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Exotic species invasion may occur because of the lack of natural enemies, such as pathogens, in introduced ranges. 

Infection by the fungal pathogen Ustilago bullata, which causes head smut disease, has been shown to affect cheatgrass, although stand failure occurs infrequently and is difficult to predict. USGS researchers explored patterns of post-fire infection of Ustilago bullata on cheatgrass. They investigated how infection level affects cheatgrass density, and how weather and wildfire patterns affected infection. Fungal infection levels increased with greater prior year cheatgrass cover, suggesting that host density influences disease severity, whereas moderate levels of infection had minimal stand-level impacts on cheatgrass persistence. Unburned fire refugia may be important for pathogen persistence right after disturbance, while warm and humid winters facilitated infection in subsequent years. These results indicate the limited conditions under which natural enemies may realistically control invasive populations in heterogeneous landscapes.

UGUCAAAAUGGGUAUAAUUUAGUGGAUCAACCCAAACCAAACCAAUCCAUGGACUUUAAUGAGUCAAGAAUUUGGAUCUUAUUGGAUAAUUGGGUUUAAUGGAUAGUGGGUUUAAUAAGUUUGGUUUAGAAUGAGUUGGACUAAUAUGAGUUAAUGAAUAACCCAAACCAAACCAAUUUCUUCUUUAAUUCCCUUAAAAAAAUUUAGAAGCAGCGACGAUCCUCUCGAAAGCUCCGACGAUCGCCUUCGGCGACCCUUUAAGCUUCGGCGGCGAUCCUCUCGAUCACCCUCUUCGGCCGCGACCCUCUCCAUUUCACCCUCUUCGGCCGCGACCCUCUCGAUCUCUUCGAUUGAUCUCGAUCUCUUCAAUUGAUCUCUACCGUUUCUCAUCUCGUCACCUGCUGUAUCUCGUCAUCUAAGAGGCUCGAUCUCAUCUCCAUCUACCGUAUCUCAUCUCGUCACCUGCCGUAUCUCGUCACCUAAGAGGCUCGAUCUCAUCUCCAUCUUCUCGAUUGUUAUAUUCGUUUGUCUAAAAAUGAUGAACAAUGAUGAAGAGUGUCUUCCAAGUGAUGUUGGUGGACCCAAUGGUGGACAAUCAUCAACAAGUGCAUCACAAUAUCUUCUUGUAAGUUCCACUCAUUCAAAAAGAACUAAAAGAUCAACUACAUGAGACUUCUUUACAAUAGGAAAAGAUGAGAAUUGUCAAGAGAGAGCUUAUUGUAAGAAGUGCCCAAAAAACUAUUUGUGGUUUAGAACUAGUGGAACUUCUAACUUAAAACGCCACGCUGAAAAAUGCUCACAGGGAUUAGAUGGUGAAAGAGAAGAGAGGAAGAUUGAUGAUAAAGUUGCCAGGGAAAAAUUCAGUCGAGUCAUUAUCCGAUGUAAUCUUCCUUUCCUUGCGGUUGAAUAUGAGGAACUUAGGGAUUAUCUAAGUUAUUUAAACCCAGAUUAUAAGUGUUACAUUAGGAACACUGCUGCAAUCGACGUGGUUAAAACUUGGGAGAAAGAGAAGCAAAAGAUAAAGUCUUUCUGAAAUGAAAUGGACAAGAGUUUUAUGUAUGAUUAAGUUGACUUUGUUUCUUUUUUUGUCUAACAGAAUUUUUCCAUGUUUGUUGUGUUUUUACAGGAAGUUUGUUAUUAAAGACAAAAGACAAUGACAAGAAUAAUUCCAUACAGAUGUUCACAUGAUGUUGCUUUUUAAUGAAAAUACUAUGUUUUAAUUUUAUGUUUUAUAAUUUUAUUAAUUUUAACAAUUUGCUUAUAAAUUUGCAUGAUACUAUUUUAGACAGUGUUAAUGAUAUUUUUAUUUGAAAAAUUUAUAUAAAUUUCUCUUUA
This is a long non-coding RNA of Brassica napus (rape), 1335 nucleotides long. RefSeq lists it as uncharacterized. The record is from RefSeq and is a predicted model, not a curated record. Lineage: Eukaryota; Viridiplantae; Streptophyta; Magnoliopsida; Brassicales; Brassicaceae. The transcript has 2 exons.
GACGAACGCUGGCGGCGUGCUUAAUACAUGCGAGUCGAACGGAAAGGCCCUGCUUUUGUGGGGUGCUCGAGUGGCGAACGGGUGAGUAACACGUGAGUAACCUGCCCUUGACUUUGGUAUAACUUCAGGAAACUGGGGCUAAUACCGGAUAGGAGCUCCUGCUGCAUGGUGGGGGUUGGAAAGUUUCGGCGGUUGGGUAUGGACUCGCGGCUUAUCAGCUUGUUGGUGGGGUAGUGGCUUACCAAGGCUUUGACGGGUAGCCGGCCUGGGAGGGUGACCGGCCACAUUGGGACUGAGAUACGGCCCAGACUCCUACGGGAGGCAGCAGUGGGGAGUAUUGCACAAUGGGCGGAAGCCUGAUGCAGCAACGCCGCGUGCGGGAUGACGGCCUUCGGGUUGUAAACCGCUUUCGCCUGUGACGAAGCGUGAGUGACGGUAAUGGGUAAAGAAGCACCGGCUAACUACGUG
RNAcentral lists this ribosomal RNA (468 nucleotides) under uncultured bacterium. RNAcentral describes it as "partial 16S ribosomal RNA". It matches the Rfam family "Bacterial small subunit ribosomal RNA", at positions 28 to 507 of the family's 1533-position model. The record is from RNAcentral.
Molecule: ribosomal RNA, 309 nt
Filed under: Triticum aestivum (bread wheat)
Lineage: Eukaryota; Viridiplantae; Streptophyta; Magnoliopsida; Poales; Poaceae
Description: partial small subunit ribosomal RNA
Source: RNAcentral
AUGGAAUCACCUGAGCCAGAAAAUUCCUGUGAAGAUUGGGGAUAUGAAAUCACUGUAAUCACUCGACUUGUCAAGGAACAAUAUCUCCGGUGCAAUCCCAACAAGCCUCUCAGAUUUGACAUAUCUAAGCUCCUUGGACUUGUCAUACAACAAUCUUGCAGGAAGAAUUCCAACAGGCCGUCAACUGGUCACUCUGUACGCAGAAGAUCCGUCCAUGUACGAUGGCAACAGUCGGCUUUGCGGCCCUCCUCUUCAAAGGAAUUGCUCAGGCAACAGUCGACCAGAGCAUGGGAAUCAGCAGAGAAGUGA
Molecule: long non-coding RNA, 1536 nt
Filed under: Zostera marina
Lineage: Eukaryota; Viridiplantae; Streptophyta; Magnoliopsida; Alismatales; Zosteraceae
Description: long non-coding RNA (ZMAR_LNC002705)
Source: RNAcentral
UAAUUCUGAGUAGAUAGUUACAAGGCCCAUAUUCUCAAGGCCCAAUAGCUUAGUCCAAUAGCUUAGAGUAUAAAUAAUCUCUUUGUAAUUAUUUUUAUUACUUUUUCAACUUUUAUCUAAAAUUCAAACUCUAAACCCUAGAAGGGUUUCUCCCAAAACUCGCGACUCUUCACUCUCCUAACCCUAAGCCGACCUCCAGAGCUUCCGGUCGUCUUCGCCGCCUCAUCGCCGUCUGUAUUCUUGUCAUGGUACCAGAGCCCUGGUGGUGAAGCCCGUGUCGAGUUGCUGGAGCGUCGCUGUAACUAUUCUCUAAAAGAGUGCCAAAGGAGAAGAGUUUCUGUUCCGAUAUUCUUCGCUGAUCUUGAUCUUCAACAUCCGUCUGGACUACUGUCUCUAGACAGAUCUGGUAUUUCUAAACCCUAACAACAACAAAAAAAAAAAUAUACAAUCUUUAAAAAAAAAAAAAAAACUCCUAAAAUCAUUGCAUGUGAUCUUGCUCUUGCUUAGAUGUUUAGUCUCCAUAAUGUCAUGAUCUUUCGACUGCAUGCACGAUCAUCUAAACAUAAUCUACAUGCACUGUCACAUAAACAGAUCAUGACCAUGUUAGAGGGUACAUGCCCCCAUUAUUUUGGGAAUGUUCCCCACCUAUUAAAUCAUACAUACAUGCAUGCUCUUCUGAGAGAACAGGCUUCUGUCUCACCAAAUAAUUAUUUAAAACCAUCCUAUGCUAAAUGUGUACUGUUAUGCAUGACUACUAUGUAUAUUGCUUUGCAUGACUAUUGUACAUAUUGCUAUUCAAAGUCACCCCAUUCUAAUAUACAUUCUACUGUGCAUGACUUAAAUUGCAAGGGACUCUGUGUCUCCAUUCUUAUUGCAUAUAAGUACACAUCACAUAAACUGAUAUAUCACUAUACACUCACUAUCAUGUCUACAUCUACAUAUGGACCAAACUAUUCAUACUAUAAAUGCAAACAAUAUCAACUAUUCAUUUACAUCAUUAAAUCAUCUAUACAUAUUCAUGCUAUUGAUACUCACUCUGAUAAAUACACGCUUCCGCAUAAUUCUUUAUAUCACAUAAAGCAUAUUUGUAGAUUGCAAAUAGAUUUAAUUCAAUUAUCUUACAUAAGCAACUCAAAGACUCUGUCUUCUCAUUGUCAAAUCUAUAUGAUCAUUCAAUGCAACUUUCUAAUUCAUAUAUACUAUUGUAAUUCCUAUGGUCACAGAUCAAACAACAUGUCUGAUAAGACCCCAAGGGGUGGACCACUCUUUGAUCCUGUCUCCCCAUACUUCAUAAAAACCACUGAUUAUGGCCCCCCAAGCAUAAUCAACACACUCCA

Applestein, C.V., Simler-Williamson, A., Germino, M.J., 2021, Weather and distance to fire refugia limit landscape-level occurrence of fungal disease in an exotic annual grass: Journal of Ecology, 

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